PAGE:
This question of justice is the most interesting part of the trial process. Did Y have more malicious intent behind their crime than Z? Did Z commit the crime more deceptively, or with more premeditation than Y? Does Y deserve the blame more, but is already convicted of a previous crime, so you should accuse Z to balance the scales? In my own playthrough, I made a number of crucial and complex decisions at trial, which included both A) falsely pinning crimes on someone already sentenced to death so that sympathetic characters (who I knew and could prove were guilty) could get away with reasonably justified non-violent crimes, and B) never bothering to accuse several guilty characters since they were already deceased, so accusing others on shakier evidence of attempting the same crime (just because they had it coming). The game clearly enabled juicy, high-level moral decision-making!

Paradise Killer keeps the player doubting themselves by being so relentlessly bizarre that pretty much anything could contradict their entire case at any time.

Excess clarity

As good as the trial was, the game has an Achilles heel: if you explore long and thoroughly enough, you find the smoking guns. Irrefutable, concrete evidence of pretty much exactly who killed who. There are still multiple plots and guilty parties, but much of the hard deduction you do earlier in the game is rendered useless when you see clear as day who did what successfully, where, and when. It takes the wind from under the attentive player’s wings, and while there’s a defensible desire to provide a backup for players who really couldn’t figure it out alone, given that the game doesn’t actually have a fail state, Paradise Killer could allow you to go into the trial still a little unsure of the theories you’d built and your ability to convince the judge of them. Doing so would have kept the courtroom tension high, instead of lowering the stakes at the last minute by allowing you to enter the trial essentially assured of your success.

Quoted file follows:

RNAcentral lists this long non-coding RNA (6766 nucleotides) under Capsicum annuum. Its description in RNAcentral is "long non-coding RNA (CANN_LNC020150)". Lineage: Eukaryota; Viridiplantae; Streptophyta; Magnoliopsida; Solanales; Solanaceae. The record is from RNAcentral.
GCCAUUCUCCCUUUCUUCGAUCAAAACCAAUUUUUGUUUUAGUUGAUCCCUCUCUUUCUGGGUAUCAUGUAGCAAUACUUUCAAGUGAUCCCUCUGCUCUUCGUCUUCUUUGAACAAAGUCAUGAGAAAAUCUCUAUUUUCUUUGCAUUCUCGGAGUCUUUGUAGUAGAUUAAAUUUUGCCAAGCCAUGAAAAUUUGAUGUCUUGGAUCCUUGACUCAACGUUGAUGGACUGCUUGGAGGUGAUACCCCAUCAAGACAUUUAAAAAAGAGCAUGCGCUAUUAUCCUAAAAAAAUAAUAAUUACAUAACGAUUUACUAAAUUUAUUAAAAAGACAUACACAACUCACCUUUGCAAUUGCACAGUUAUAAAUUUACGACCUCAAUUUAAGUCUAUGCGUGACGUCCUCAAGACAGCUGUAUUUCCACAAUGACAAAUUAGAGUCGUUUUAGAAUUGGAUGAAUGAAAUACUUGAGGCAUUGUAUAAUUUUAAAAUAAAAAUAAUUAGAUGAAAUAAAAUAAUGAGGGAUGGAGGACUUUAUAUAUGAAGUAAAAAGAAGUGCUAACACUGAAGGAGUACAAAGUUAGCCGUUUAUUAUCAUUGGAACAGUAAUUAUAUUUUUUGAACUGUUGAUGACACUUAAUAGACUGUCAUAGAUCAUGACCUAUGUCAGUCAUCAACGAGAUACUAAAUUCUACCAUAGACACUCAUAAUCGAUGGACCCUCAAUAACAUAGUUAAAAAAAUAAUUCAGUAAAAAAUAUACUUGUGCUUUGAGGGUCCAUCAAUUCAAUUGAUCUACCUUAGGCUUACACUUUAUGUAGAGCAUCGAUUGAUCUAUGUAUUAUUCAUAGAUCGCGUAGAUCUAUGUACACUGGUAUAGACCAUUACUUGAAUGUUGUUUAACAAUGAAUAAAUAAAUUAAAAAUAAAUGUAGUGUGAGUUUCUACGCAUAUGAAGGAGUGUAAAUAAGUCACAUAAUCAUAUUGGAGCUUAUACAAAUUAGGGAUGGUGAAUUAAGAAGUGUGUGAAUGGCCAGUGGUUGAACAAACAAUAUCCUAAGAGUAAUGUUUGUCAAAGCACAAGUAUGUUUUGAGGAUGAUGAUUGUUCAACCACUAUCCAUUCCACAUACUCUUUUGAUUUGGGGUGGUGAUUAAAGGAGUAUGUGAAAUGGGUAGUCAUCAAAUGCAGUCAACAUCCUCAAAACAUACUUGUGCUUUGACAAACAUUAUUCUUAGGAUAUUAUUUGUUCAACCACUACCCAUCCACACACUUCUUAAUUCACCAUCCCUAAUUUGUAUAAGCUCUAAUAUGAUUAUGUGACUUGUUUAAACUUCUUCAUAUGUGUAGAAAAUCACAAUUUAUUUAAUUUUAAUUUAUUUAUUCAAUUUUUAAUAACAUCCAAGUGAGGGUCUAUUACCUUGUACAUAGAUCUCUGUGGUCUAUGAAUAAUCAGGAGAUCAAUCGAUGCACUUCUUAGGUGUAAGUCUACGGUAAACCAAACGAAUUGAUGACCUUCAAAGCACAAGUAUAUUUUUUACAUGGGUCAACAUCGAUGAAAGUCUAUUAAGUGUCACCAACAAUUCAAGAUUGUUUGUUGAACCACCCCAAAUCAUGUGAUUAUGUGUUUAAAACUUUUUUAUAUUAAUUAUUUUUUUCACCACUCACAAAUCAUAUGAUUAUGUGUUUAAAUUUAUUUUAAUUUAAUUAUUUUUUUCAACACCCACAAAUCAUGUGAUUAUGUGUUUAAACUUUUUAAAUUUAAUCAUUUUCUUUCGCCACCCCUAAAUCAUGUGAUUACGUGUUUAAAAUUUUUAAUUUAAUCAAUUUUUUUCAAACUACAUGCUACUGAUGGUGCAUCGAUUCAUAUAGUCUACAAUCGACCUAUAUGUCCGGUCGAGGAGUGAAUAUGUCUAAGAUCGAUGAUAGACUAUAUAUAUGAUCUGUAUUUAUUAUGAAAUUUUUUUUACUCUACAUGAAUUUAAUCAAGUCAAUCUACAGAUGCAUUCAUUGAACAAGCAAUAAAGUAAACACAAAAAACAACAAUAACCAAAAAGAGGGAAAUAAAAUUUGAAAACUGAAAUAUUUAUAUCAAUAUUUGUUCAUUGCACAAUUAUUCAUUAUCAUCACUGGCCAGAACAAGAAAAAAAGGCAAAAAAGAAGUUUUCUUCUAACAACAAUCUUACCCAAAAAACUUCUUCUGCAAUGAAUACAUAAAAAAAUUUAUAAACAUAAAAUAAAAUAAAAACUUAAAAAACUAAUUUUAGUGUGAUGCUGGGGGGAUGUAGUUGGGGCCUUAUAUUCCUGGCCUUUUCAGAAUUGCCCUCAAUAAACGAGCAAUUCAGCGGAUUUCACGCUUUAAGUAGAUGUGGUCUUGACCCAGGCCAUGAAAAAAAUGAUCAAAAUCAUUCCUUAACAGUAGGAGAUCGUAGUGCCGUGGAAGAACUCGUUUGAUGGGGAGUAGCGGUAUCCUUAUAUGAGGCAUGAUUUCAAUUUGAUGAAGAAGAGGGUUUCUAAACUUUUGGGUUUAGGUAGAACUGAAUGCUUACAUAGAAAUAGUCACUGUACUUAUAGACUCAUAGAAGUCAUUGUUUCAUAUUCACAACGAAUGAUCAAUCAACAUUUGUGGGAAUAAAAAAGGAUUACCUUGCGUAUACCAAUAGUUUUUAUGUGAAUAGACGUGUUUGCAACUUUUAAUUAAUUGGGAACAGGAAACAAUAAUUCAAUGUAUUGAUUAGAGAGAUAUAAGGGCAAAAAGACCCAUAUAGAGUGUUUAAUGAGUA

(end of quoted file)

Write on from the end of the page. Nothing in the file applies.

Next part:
So, what has Paradise Killer taught us? Centrally, it’s that prepping evidence for and then playing out a courtroom scene is most luscious when the trial’s outcome is not a foregone conclusion. On one hand, Paradise Killer solves this by having no scripted or ‘true’ ending, and Kaizen pulls it off by only having a single trial in the story. On the other hand, its penultimate moments give the player overpowering evidence, bringing the resolution back into foregone territory. Moral of the story? Maintain a healthy nibble of player uncertainty at all times.

Paradise Killer has no qualms about telling you exactly what it’s trying to achieve. Subtle, it is not.

A familiar problem

Once you’ve accused someone, the prosecution process is executed the same way that questioning characters is earlier in the game, by breaking up the content into short conversations arranged by topic, selectable in any order. It feels rote and clunky, although the juiciness of the plot generally covers for it. The game itself seemingly acknowledges this problem when it comes to presenting evidence of conspiracies, which you’re asked to do after you’ve finished prosecuting individual crimes, as the protagonist simply rattles through everything she knows on the subjects without player input.